Peru ex­pels Venezue­lan am­bas­sador

The Hamilton Spectator - - CANADA & WORLD - FABIOLA SANCHEZ

CARACAS, VENEZUELA — The Peru­vian gov­ern­ment ex­pelled Venezuela’s am­bas­sador Fri­day as re­gional pres­sure built on Pres­i­dent Nicolas Maduro’s gov­ern­ment for al­legedly tram­pling his coun­try’s con­sti­tu­tional or­der.

Peru gave Am­bas­sador Diego Molero, a for­mer Venezue­lan de­fence min­is­ter, five days to leave the coun­try. As part of what it said was a firm com­mit­ment “to help re­store Venezuela’s democ­racy,” Peru’s ad­min­is­tra­tion also re­fused to ac­cept a diplo­matic protest made by Maduro over Peru host­ing for­eign min­is­ters from 17 re­gional na­tions who re­fused to rec­og­nize the new, loy­al­ist-packed spe­cial as­sem­bly that is to re­write the con­sti­tu­tion.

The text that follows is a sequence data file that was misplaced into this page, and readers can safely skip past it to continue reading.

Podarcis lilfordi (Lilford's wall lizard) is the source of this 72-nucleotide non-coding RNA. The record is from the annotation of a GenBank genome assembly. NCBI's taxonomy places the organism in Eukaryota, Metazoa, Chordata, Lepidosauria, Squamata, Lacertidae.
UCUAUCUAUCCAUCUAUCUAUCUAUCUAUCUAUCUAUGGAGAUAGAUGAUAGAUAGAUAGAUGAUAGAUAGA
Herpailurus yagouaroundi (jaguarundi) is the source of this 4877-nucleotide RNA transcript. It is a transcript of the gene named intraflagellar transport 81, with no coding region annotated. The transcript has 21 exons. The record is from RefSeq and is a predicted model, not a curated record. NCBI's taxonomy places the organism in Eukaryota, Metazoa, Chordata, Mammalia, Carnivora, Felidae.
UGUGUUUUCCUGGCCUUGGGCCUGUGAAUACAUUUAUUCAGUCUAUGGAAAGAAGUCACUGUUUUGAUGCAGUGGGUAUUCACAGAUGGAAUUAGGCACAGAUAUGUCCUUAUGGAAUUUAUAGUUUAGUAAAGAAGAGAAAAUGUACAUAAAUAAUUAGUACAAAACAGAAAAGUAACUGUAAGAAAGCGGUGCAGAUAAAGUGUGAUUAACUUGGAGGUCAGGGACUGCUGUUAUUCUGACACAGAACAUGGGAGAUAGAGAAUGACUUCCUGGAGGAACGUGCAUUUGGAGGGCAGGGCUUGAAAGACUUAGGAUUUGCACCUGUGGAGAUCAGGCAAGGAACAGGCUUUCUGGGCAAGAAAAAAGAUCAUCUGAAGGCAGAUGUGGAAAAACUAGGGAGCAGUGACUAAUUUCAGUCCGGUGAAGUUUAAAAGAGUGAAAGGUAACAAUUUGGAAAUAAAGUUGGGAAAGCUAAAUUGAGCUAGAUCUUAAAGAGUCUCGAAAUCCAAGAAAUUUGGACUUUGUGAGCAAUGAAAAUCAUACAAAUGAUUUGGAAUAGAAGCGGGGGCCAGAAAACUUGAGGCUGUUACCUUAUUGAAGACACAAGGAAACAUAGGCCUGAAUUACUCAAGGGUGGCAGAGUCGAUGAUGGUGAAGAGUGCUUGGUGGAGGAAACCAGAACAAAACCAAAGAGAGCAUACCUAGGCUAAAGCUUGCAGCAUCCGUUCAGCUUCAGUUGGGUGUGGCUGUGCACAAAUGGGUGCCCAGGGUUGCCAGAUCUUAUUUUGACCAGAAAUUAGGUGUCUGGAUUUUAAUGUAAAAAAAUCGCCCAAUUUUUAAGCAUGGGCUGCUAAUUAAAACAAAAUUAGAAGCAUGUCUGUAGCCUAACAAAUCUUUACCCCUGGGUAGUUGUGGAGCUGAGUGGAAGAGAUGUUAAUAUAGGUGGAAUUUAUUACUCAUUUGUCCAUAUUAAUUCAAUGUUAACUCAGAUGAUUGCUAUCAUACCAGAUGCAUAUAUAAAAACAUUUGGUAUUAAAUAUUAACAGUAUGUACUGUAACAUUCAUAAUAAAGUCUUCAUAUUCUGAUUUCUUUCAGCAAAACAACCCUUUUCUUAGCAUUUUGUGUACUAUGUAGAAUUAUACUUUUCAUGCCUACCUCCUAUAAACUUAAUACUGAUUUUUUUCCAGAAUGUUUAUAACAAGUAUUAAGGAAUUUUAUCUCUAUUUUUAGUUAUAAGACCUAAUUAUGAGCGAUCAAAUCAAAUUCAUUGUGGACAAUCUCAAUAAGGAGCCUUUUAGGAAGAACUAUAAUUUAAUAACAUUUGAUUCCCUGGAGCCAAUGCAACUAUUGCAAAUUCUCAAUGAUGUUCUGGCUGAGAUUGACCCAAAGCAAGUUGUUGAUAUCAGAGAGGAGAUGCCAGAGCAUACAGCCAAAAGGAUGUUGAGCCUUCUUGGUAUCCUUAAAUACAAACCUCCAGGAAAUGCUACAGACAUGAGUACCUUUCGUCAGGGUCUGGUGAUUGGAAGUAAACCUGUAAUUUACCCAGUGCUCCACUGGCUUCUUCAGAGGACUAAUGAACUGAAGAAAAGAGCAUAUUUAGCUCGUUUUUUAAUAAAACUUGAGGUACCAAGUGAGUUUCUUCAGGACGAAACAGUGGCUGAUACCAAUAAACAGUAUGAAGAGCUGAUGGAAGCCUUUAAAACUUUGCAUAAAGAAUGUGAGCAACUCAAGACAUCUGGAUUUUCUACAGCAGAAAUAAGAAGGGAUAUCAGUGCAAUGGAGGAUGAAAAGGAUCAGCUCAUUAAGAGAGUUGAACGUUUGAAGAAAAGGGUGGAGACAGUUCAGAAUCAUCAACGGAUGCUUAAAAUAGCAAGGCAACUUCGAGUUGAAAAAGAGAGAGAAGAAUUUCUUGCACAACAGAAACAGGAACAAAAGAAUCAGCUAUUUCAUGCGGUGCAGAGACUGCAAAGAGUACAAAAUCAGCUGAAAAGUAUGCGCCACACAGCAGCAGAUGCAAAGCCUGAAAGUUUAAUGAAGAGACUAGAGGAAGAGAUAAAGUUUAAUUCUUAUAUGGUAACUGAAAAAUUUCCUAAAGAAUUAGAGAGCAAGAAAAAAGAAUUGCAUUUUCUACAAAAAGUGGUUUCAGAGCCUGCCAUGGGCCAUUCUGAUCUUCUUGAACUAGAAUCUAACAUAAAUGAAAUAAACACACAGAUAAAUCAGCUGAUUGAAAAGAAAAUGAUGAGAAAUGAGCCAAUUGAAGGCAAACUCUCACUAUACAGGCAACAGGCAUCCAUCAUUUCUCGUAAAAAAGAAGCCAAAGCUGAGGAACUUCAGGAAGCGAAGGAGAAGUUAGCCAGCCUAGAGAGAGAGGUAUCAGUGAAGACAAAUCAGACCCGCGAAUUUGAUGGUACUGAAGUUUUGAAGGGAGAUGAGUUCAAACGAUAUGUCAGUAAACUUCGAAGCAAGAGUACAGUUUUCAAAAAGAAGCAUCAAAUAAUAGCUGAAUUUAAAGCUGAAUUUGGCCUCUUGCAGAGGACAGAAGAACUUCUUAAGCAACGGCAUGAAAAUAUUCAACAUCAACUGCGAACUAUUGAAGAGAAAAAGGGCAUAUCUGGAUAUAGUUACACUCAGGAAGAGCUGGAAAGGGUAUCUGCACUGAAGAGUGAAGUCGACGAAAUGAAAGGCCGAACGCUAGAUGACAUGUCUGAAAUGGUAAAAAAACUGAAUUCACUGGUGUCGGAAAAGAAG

The diplo­matic ac­tion by Peru, which was the strong­est yet from a Latin Amer­i­can gov­ern­ment, came as the Trump ad­min­is­tra­tion weighed putting eco­nomic sanc­tions on Venezuela to pun­ish Maduro for what Washington calls an il­le­git­i­mate power grab.

On Thurs­day, Trump said he dis­cussed Venezuela, along with North Korea and Afghanistan, in a se­cu­rity brief­ing with top na­tional se­cu­rity aides and Vice-Pres­i­dent Mike Pence. Pence is trav­el­ling to Colom­bia on Sun­day to be­gin a re­gional trip that may in­clude dis­cus­sions on how to deal with Maduro.

“We had some very good meet­ings, some very good ideas, very good thoughts, and a lot of de­ci­sions were made,” Trump said af­ter the brief­ing, with­out pro­vid­ing any de­tails.

Maduro has tried to de­flect the pres­sure from Washington, and on Thurs­day said he wants to meet with Trump, per­haps next month at the UN Gen­eral As­sem­bly.

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